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Spotlight on Social Enterprise – Fair Food with CERES

2 March 2011 at 1:01 pm
Staff Reporter
A new social enterprise is providing organic, sustainable produce to homes and businesses across Melbourne – and educating consumers about important issues of food security and seasonality.

Staff Reporter | 2 March 2011 at 1:01 pm


Spotlight on Social Enterprise – Fair Food with CERES
2 March 2011 at 1:01 pm

A new social enterprise is providing organic, sustainable fruit and vegetables to homes and businesses across Melbourne – and educating consumers about important issues of food security and seasonality.

Fair Food is a CERES social enterprise that delivers organic food boxes across Melbourne, providing an alternative for people who want to buy their food outside of the dominant supermarket system.

The enterprise is an initiative of CERES – the Centre for Education and Research in Environmental Strategies – in the Melbourne suburb of East Brunswick.

CERES is well known by many in Melbourne’s northern suburbs for its community vegetable gardens, farmers markets and sustainable living education programs.

Doron Francis, Enterprise Manager with CERES Fair Food says Fair Food is a pretty simple operation that starts with customers setting up a subscription on the Fair Food website.

Food boxes are packed at the Fair Food warehouse, before being delivered to volunteer food hosts around the city. The idea is that customers can walk over once a week and pick up their food box from a local food host – usually a front porch or garage.

Francis says this low food-mile distribution method is one of the key differences between Fair Food and other food delivery services. There are currently 40 ‘pick-up’ points in and around inner Melbourne (click here to view a map of the pick-up points) with new pick up points to open soon in Kensington, Footscray, Seddon and Yarraville.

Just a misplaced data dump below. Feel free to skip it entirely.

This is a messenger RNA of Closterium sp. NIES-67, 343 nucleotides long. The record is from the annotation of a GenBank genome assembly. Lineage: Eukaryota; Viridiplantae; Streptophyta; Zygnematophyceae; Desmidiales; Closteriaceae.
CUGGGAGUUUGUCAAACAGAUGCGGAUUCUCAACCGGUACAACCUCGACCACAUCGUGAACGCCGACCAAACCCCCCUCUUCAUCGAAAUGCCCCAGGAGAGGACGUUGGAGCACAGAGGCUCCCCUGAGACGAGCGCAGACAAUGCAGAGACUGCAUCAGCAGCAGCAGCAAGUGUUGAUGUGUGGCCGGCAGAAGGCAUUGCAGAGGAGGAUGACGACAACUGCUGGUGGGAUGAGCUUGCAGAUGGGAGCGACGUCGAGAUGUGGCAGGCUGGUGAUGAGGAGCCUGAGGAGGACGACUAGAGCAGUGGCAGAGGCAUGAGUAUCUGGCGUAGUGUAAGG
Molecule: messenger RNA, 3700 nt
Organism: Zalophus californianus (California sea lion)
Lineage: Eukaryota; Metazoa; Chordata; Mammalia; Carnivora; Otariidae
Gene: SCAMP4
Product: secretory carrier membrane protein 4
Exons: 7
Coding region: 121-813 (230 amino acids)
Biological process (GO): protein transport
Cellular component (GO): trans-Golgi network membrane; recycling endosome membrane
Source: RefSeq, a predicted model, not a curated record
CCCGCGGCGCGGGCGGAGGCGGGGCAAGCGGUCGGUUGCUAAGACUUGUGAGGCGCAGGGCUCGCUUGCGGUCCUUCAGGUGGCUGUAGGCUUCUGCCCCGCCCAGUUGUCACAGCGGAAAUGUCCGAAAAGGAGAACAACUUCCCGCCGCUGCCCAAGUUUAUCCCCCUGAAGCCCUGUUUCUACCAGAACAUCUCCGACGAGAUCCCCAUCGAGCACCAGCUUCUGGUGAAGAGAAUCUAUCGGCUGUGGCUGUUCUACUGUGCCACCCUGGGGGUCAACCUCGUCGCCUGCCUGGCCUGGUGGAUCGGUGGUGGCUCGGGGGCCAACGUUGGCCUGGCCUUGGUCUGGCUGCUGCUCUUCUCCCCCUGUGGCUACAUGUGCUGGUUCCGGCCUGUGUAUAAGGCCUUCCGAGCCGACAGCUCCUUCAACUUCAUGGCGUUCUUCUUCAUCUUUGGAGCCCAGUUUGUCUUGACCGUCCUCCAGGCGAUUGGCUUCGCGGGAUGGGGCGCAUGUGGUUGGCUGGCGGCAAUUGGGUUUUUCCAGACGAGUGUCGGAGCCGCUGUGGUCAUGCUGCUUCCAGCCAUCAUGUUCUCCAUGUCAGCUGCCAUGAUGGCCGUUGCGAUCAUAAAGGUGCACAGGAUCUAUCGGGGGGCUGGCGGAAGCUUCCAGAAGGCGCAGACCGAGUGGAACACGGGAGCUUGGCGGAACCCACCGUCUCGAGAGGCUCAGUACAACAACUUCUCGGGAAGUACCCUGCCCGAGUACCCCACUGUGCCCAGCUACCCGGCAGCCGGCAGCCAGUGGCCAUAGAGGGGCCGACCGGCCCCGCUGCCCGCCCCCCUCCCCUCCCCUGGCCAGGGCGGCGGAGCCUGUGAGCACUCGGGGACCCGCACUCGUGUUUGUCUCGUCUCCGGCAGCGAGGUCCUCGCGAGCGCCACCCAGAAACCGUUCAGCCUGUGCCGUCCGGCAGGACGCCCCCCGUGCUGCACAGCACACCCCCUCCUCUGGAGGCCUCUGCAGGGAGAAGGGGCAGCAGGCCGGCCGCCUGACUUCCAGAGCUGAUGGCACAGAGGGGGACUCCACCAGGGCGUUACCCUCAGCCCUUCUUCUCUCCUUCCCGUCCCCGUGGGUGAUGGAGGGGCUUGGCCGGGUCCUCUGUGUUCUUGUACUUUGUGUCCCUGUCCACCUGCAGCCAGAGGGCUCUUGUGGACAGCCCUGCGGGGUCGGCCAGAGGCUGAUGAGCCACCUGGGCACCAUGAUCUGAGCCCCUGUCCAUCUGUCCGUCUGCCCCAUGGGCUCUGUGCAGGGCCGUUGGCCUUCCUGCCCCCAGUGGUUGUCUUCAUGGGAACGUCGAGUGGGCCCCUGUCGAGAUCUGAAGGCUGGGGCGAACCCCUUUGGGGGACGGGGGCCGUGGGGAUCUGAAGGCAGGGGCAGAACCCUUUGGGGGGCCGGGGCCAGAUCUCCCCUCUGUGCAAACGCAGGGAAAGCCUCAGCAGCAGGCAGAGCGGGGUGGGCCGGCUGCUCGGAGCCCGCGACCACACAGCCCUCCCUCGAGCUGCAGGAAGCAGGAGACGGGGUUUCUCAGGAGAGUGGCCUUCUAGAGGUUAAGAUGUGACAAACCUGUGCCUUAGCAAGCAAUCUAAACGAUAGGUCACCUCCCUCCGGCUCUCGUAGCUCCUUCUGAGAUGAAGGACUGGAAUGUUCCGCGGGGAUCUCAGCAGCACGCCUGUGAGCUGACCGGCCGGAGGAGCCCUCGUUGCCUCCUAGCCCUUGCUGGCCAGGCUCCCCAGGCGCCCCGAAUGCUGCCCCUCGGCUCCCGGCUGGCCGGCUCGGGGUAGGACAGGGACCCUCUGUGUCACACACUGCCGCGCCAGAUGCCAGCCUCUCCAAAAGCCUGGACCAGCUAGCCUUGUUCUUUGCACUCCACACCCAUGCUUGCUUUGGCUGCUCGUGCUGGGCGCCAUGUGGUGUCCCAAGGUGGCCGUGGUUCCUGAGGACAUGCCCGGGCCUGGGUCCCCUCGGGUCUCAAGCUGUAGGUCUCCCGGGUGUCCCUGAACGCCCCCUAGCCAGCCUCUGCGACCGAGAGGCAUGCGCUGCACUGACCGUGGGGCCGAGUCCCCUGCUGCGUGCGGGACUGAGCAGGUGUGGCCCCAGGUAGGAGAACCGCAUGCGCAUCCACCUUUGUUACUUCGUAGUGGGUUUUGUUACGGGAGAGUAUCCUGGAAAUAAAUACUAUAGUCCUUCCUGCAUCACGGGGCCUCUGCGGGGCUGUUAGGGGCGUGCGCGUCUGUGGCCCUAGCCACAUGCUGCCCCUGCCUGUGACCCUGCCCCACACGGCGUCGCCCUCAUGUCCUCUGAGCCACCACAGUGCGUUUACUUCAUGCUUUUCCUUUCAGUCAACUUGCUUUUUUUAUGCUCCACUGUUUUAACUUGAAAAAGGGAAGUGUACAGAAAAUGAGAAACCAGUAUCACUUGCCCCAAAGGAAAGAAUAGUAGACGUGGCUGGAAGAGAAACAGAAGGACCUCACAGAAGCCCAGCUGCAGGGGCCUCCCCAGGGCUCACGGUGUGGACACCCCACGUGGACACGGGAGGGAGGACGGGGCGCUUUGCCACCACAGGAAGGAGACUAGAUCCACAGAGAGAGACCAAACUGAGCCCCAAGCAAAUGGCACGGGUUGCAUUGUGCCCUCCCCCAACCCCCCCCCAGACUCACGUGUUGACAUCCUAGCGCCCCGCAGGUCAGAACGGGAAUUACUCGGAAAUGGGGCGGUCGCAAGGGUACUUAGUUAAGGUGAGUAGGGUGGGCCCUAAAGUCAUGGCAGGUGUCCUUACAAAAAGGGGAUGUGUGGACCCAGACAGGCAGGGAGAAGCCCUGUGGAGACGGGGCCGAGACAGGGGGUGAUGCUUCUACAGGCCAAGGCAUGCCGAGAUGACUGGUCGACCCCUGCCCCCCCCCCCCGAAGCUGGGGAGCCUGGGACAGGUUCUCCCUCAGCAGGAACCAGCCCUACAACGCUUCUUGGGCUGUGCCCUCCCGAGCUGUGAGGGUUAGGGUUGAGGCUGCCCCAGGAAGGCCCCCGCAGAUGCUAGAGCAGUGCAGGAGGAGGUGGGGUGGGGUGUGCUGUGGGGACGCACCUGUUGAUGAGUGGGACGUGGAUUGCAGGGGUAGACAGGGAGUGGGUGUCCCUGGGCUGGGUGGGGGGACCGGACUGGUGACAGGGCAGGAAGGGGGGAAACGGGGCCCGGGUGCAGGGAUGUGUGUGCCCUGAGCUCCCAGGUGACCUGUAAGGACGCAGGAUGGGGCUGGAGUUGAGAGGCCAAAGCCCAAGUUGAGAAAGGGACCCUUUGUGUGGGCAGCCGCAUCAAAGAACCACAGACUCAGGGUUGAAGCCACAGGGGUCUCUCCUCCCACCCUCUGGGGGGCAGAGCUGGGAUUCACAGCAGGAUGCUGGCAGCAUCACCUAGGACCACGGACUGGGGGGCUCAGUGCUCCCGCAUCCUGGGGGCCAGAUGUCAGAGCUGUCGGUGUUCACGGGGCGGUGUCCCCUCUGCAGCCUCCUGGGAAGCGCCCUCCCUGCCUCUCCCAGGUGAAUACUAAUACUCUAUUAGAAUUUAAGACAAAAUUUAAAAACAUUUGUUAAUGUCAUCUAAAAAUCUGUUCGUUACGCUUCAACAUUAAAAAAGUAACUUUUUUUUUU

Francis says another key difference is Fair Food’s commitment to supporting local, independent, sustainable farmers. While almost all of the farmers are organic, Francis says Fair Food looks beyond organic accreditation to issues of sustainability.

All revenue generated by the enterprise goes back into supporting education programs run by CERES. Each year over 65,000 school children visit CERES to learn all about the need for sustainability, community and cross cultural awareness.

Above: Mathees from Sri Lanka at work in the Fair Fruit warehouse

The social impact of the enterprise has been carefully planned, with Fair Food employing floor staff through AMES, a large provider of specialist employment and training services for newly-arrived migrants and disadvantaged Victorians.

Francis says staff sourced through AMES are predominantly people with refugee status, and Fair Food tries to create a welcome, ‘soft landing’ for newcomers to Australia. He says hiring people through AMES has lead to some quite beautiful success stories, and its all part of the end to end, seed to plate ethos that Fair Food is working to create.

Francis admits the service is not for everyone, however as food issues– such as food security, sustainability and seasonality – are increasingly working their way into the mainstream, more and more people are questioning the modern supermarket system of food delivery.

Francis says he wants Fair Food to be an example of how to create more resilient food systems. He says underneath it all, Food Fair is about food security – how communities can be empowered to look after themselves outside of the modern supermarket system.

The Fair Food website sells groceries as well – with another 150 products soon to be made available online.

Another arm of Fair Food is Fair Fruit – an initiative that supplies fresh, seasonal fruit boxes to businesses around Melbourne.

Francis says many organisations are getting serious about social procurement, and with Fair Fruit they are assured of an ethical supply line. Major customers like NAB and Melbourne Water are finding they can support CERES without donating money, and staff are being nourished and educated about seasonality and sustainability.

Fair Food was established with a grant from the Federal Government Jobs Fund in December 2009, allowing the enterprise to lease a warehouse, build cool rooms, purchase three delivery vans and develop the website.

Just over a year later, Fair Food has 1200 subscribers, delivers 450 boxes a week, and employs 5 full time staff, 6 part time packing staff and 2 drivers.

The next challenge for Fair Food is to further expand into the suburbs and growth areas of Melbourne, places Francis describes as ‘food deserts’.

For more information of Fair Food, or to setup a subscription and start taking part, please visit

For information of Fair Fruit, please visit (website due to re-launched soon). 

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